#Morethanavisitor: Experiences of COVID-19 visitor restrictions in Canadian long-term care facilities

Lorraine M. Thirsk, Sarah Stahlke, Beth Perry, Brogan Gordon

Research output: Contribution to journalJournal Articlepeer-review

8 Citations (Scopus)


Objective: The purpose of this study was to understand the experiences of families, residents, and staff around visitor restriction policies in long-term care during the COVID-19 pandemic in Canada. Background: Beginning in March 2020, public health orders across Canada restricted visitors to long-term care facilities to curb the spread of the infection. This included family caregivers who provide significant support to residents to meet their physical, psychological, social, and safety needs. Method: We collected data from publicly available news and social media. News articles, blogs, and tweets from Canada were collected from March 2020 to April 2021. In total, 40 news articles, eight blogs, and 23 tweets were analyzed using generic qualitative description. Results: Reports from family members indicate that some residents may have died from malnutrition, dehydration, and isolation, rather than from COVID-19, because of the sudden and prolonged absence of family caregivers. There are long-term impacts on family suffering and long-term care worker burnout. Policy and structural issues were identified. Conclusion: Experiences in long-term care reflected not only impacts of pandemic-related visitor restrictions, but also long-standing funding and workforce issues. Implications: Involvement of family, and specifically family caregivers, is crucial in policy decisions, even in unusual circumstances, such as the pandemic.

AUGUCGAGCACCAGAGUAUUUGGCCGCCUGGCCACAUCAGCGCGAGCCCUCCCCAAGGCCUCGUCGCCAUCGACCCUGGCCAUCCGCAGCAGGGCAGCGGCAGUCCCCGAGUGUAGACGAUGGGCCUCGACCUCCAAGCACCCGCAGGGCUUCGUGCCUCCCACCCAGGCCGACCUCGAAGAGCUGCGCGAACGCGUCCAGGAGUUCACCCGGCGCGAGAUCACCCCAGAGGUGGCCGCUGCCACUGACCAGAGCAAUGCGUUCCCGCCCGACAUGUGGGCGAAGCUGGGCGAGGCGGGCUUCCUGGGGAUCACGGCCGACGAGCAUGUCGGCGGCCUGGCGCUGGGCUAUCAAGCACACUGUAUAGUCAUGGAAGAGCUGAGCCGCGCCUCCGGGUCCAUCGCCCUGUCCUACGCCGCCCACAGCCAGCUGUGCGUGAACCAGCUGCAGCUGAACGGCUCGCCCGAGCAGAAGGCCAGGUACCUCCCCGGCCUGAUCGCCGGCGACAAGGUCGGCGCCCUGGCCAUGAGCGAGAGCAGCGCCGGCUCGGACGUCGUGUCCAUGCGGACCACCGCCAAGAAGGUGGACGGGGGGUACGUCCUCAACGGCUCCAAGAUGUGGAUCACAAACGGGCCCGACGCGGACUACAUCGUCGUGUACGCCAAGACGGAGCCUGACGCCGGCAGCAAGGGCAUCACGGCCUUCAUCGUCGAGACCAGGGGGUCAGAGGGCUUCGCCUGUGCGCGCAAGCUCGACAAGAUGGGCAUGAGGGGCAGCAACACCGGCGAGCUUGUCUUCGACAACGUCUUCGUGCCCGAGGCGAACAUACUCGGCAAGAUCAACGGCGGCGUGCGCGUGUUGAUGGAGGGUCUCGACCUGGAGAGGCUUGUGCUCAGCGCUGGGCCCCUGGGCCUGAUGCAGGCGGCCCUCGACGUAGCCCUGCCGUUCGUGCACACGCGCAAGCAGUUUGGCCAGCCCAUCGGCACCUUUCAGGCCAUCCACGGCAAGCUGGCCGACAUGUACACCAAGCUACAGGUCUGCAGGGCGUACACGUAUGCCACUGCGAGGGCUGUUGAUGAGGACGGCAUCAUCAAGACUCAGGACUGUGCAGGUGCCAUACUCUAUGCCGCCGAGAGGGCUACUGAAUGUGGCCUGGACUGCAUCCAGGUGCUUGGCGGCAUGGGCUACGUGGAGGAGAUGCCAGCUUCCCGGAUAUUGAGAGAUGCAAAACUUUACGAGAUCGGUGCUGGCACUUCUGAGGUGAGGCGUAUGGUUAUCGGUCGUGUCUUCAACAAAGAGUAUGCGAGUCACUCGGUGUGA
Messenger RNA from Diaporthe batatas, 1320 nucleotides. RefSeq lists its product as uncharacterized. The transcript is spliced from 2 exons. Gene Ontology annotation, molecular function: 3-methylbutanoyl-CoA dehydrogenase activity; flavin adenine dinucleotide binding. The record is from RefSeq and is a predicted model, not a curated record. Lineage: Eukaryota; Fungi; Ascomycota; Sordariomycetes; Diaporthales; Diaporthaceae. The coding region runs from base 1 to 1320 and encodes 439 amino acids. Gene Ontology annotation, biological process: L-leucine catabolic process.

Original languageEnglish
Pages (from-to)1408-1427
Number of pages20
JournalFamily Relations
Issue number4
Publication statusPublished - Oct. 2022


  • COVID-19 pandemic
  • family nursing
  • long-term care
  • visitor restrictions


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